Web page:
Parashat Hayei Sarah: Of people, graves, and burials

"This is how the field and its cave became the noncontested property of Abraham as a burial site, purchased from the children of Heth," Genesis 23:20.

Burial of Sarah at the Cave of the Patriarchs 521 (photo credit: Painting by Yoram Raanan;
Burial of Sarah at the Cave of the Patriarchs 521
(photo credit: Painting by Yoram Raanan;
Recently, routine has been punctuated by the death, burial and memorial of Rabbi Ovadia Yosef, the great halachic and political leader of millions of Jews throughout Israel and the world. Our portion this week devotes an entire chapter to the purchase of a gravesite for the burial of Sarah, Matriarch of Israel. What is the meaning behind Abraham’s bargaining for a burial plot, and what connection, if any, does this biblical story have with Rabbi Ovadia’s funeral? Let us begin with our text. Abraham, an itinerant shepherd throughout the area which will one day become the Land of Israel, approaches the “Children of Heth” (the Hittites): “I am a stranger resident among you,” he says. “Give me possession of a gravesite so that I may bury my dead from before me” (Genesis 23:4).
The Children of Heth seem more than generous in their response: “You are a Prince of God in our midst; in the choicest of gravesites may you bury your dead.
None of us will withhold his gravesite from you.”
Abraham is not satisfied. He requests a meeting with Ephron the son of Zohar, to whom he wishes to pay “top dollar and cash-in-hand” for the Machpela Tomb at the end of his field. The residents of Heth want to give Abraham a free burial plot; Abraham insists on paying a high price.
The “bargaining” begins. Ephron insists on giving the patriarch a free plot; but when he finally names a price, it is an excessive 400 silver shekels. According to the Code of Hammurabi, an average workingman’s annual wages at the time were six to eight shekels. Abraham paid the equivalent of 70 years of wages for one burial plot.
What is the text teaching us? I would submit that Abraham is heaven-bent on establishing the unique Hebrew identity of his beloved wife, Sarah, no matter what the financial cost – an identity which will be defined and determined by her gravesite. You see, in the ancient world, a citizen of a specific locality received only one advantage as a result of his citizenship: a free burial plot in that locality (with the exception of Athens, where citizens had the right to vote).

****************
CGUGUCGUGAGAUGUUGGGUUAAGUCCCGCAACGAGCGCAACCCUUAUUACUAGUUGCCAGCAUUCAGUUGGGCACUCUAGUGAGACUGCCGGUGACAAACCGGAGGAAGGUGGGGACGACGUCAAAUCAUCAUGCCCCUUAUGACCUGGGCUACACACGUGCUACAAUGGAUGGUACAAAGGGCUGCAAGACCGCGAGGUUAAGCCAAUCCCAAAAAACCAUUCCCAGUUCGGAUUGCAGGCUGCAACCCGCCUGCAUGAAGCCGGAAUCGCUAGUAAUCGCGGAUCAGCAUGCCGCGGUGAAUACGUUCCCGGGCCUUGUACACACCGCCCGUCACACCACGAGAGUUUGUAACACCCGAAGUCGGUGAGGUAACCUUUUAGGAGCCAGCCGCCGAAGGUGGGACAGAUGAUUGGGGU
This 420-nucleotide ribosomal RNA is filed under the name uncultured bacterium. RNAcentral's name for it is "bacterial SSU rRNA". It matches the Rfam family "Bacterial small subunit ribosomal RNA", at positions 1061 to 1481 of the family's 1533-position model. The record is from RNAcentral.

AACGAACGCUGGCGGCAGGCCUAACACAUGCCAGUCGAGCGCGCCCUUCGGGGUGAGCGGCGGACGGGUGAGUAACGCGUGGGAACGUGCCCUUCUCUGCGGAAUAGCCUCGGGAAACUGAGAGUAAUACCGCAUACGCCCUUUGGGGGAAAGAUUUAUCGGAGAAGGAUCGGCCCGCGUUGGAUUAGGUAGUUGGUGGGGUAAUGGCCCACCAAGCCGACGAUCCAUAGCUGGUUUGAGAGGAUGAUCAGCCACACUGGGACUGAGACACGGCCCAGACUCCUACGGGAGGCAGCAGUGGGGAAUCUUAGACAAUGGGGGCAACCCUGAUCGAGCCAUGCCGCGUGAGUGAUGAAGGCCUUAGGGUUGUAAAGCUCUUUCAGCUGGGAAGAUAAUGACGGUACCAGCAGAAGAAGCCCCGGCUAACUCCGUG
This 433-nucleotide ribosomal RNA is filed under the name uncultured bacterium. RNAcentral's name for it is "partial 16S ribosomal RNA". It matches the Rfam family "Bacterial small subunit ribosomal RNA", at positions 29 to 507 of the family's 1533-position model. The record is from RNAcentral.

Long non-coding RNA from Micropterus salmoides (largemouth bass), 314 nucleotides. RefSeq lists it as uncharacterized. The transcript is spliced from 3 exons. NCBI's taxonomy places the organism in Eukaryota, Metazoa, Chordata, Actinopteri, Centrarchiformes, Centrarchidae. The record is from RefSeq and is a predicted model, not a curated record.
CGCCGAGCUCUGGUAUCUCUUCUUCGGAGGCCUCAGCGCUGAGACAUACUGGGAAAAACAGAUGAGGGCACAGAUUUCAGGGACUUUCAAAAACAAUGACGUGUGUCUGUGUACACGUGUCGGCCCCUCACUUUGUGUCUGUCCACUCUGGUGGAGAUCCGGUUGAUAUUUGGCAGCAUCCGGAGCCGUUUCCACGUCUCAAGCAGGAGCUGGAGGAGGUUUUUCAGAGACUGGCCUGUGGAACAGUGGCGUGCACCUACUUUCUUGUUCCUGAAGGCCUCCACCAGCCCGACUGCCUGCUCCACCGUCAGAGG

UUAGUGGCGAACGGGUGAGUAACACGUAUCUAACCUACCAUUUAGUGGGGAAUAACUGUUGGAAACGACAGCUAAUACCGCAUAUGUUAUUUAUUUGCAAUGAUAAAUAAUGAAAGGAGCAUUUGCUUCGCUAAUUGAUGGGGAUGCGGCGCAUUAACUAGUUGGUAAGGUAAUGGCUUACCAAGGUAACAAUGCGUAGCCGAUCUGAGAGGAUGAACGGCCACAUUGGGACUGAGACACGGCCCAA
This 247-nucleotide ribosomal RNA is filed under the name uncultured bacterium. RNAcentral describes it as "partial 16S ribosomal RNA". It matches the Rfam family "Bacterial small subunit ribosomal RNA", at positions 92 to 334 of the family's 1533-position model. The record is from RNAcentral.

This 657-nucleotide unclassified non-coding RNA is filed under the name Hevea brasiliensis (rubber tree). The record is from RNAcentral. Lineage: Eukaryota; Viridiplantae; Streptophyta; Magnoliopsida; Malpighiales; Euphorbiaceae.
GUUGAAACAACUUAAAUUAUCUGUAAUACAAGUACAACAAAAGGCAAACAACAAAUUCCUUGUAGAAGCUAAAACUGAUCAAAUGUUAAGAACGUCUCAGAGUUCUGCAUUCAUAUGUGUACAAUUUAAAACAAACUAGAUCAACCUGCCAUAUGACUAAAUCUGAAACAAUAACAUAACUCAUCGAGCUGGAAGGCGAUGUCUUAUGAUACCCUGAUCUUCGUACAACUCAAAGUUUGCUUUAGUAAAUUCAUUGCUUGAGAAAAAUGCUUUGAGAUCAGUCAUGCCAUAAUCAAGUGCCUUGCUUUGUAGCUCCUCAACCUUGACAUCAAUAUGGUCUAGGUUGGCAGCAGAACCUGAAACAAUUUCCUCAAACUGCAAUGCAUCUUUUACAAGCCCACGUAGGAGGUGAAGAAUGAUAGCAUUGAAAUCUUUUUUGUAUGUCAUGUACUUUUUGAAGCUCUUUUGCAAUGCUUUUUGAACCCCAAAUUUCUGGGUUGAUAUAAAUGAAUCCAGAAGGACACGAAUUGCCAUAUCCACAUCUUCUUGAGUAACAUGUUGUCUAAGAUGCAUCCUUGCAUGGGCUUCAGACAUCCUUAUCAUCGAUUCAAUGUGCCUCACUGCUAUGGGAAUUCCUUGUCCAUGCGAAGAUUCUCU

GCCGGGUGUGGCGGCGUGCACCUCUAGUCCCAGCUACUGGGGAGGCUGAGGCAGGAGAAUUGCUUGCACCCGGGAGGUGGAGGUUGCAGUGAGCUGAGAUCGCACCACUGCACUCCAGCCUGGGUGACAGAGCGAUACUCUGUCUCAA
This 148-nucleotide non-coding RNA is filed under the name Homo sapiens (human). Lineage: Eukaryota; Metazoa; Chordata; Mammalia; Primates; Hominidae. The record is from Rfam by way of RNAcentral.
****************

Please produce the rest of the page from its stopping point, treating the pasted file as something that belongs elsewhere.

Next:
Now we can understand Abraham’s bargaining with the children of Heth. Abraham opens the conversation defining himself as an alien resident; on the one hand he is a Hebrew, not a Hittite, a stranger of a radically different religion and culture.
He is nevertheless an upright resident, ready to cooperate with the Hittite civil laws in every way. The children of Heth are happy to adopt this highly successful patriarch of a new tribe as one of their own, to “assimilate” him within their culture.
Abraham is ultimately willing to pay any price for Sarah’s total independence from their surrounding civilization, for her persona as a Hebrew will be expressed and established by the place and manner in which she is buried. Show me where you are buried and how you are mourned, and this will reveal volumes about the life that you lived. Given the manner in which a nation reveres its dead will go a long way in defining its future, is it any wonder that the Hebrew word kever (burial plot) is used by the talmudic authorities as a synonym for rehem (womb)?
Rabbi Ovadia Yosef’s funeral was undoubtedly the largest in Israel’s history, estimated to have included some 800,000 mourners. It expressed the amazing power of Torah, the most authentic and eternal legacy of our people. Make no mistake, he was not being mourned as a politician; much the opposite, his politics were often divisive and even offensive. He was being mourned as a Prince of Torah, as the greatest unifying authority of Torah law in our generation, a unifying Torah respected and accepted by Ashkenazim as well as Sephardim, haredim (ultra-Orthodox), modern Orthodox and secular alike – for representatives from all walks of Israeli life came to his door to seek halachic advice and live by his rulings.
His Torah, true to the tradition of the greatest Torah leaders of the last 2,000 years, was unique in our generation. It was a Torah which breathed democracy, because although he came from Iraq and expressed the Iraqi (Babylonian) tradition, his was the ultimate word for Ashkenazim too – and so he gave standing and respect to a population which had previously been discriminated against by the ruling WASP (“White Ashkenazi Populace”) of Israel.
His Torah was a Torah of peace and moderation – he ruled that in the interest of peace and the saving of human lives, we could give up Yamit in Sinai. His Torah was a Torah of inclusiveness – he ruled that the Jews of Ethiopia, considered to be of the lost tribe of Dan by the 16th-century authority Radbaz (Rabbi David ben Zimra), were legitimately Jewish and did not require conversion, and he ruled that all the military conversions were legitimate.
And his Torah was a Torah of compassion, which sought to solve problems rather than create them. I never brought him a problem of an aguna (“chained woman” seeking a divorce) or a mamzer (illegitimate offspring) for which he did not find a solution. May the outpouring at his funeral help define the Torah with which we must enter our future.
Shabbat shalom

The writer is the founder and chancellor of Ohr Torah Stone colleges and graduate programs, and chief rabbi of Efrat.